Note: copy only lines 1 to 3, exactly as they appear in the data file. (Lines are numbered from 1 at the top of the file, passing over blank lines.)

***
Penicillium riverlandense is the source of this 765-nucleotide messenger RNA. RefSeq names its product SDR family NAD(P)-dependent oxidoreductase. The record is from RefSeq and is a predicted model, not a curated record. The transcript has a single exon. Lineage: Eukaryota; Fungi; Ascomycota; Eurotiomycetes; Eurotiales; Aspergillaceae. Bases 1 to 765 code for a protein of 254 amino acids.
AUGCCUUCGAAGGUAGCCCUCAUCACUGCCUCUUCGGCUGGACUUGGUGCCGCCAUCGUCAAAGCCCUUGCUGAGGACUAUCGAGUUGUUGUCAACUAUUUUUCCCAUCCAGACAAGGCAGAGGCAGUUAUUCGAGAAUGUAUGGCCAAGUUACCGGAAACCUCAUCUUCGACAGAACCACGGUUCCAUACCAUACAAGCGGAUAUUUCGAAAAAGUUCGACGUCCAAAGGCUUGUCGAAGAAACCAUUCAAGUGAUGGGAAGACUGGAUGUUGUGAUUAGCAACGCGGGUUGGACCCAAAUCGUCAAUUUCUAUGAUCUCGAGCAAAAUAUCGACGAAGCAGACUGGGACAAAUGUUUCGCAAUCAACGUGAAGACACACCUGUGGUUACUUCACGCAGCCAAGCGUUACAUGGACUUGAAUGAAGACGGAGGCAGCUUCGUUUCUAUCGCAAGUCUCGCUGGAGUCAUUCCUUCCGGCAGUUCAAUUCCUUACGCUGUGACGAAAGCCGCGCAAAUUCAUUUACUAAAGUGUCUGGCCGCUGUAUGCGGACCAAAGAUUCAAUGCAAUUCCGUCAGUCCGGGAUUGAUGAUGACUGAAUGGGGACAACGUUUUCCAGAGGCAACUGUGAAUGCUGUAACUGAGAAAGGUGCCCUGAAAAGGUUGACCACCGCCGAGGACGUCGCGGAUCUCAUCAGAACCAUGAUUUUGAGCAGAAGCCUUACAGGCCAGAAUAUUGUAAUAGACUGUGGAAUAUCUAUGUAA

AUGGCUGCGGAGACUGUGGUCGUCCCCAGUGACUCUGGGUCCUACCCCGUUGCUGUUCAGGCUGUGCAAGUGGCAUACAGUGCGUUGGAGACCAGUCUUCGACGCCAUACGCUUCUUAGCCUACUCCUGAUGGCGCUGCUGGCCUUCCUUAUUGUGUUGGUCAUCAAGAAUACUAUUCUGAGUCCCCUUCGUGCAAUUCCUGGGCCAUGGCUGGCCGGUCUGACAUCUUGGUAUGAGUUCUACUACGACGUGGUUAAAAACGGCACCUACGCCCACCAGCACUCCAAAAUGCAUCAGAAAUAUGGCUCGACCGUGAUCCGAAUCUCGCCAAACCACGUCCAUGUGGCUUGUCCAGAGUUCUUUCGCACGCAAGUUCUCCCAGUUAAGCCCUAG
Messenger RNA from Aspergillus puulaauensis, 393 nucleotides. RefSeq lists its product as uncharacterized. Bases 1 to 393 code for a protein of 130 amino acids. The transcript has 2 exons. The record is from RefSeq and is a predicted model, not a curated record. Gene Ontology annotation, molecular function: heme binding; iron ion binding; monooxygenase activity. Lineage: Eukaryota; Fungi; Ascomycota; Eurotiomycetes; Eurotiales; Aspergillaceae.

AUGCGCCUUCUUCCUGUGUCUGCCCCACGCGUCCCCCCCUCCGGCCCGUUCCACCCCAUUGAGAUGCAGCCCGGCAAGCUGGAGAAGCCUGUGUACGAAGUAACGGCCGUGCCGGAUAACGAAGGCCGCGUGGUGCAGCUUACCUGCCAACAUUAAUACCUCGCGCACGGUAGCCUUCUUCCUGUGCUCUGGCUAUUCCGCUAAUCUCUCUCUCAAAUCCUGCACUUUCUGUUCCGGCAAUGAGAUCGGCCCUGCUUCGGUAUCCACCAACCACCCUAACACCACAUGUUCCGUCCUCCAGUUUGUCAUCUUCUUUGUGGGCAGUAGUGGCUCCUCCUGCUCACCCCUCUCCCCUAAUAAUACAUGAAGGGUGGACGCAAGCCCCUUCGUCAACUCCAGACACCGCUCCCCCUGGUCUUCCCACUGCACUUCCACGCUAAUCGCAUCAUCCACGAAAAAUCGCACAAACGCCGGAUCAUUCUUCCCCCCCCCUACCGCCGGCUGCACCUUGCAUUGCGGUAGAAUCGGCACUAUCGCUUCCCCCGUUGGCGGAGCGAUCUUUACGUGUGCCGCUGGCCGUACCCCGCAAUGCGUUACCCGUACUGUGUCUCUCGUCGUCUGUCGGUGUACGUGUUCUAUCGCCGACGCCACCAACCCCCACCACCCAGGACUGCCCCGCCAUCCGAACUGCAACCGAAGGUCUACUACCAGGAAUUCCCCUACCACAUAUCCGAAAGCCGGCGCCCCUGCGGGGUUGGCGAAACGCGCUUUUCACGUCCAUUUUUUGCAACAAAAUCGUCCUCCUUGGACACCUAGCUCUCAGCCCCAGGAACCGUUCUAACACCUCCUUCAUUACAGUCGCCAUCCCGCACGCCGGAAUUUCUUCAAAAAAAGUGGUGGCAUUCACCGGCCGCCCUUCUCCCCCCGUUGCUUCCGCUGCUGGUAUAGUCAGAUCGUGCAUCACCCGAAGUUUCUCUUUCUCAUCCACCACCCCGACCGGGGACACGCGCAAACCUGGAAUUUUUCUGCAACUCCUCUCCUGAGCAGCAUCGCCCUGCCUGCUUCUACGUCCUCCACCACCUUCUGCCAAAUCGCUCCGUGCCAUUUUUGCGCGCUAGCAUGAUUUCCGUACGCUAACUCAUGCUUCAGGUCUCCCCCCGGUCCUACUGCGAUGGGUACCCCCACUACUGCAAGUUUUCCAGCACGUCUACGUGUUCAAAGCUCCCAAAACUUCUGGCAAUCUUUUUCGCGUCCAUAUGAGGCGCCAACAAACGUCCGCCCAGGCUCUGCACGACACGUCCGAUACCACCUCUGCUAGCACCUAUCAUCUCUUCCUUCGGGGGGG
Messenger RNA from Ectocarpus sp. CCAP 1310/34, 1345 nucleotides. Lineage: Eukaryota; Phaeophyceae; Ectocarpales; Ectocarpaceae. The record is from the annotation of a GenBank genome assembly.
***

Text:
Penicillium riverlandense is the source of this 765-nucleotide messenger RNA. RefSeq names its product SDR family NAD(P)-dependent oxidoreductase. The record is from RefSeq and is a predicted model, not a curated record. The transcript has a single exon. Lineage: Eukaryota; Fungi; Ascomycota; Eurotiomycetes; Eurotiales; Aspergillaceae. Bases 1 to 765 code for a protein of 254 amino acids.
AUGCCUUCGAAGGUAGCCCUCAUCACUGCCUCUUCGGCUGGACUUGGUGCCGCCAUCGUCAAAGCCCUUGCUGAGGACUAUCGAGUUGUUGUCAACUAUUUUUCCCAUCCAGACAAGGCAGAGGCAGUUAUUCGAGAAUGUAUGGCCAAGUUACCGGAAACCUCAUCUUCGACAGAACCACGGUUCCAUACCAUACAAGCGGAUAUUUCGAAAAAGUUCGACGUCCAAAGGCUUGUCGAAGAAACCAUUCAAGUGAUGGGAAGACUGGAUGUUGUGAUUAGCAACGCGGGUUGGACCCAAAUCGUCAAUUUCUAUGAUCUCGAGCAAAAUAUCGACGAAGCAGACUGGGACAAAUGUUUCGCAAUCAACGUGAAGACACACCUGUGGUUACUUCACGCAGCCAAGCGUUACAUGGACUUGAAUGAAGACGGAGGCAGCUUCGUUUCUAUCGCAAGUCUCGCUGGAGUCAUUCCUUCCGGCAGUUCAAUUCCUUACGCUGUGACGAAAGCCGCGCAAAUUCAUUUACUAAAGUGUCUGGCCGCUGUAUGCGGACCAAAGAUUCAAUGCAAUUCCGUCAGUCCGGGAUUGAUGAUGACUGAAUGGGGACAACGUUUUCCAGAGGCAACUGUGAAUGCUGUAACUGAGAAAGGUGCCCUGAAAAGGUUGACCACCGCCGAGGACGUCGCGGAUCUCAUCAGAACCAUGAUUUUGAGCAGAAGCCUUACAGGCCAGAAUAUUGUAAUAGACUGUGGAAUAUCUAUGUAA

AUGGCUGCGGAGACUGUGGUCGUCCCCAGUGACUCUGGGUCCUACCCCGUUGCUGUUCAGGCUGUGCAAGUGGCAUACAGUGCGUUGGAGACCAGUCUUCGACGCCAUACGCUUCUUAGCCUACUCCUGAUGGCGCUGCUGGCCUUCCUUAUUGUGUUGGUCAUCAAGAAUACUAUUCUGAGUCCCCUUCGUGCAAUUCCUGGGCCAUGGCUGGCCGGUCUGACAUCUUGGUAUGAGUUCUACUACGACGUGGUUAAAAACGGCACCUACGCCCACCAGCACUCCAAAAUGCAUCAGAAAUAUGGCUCGACCGUGAUCCGAAUCUCGCCAAACCACGUCCAUGUGGCUUGUCCAGAGUUCUUUCGCACGCAAGUUCUCCCAGUUAAGCCCUAG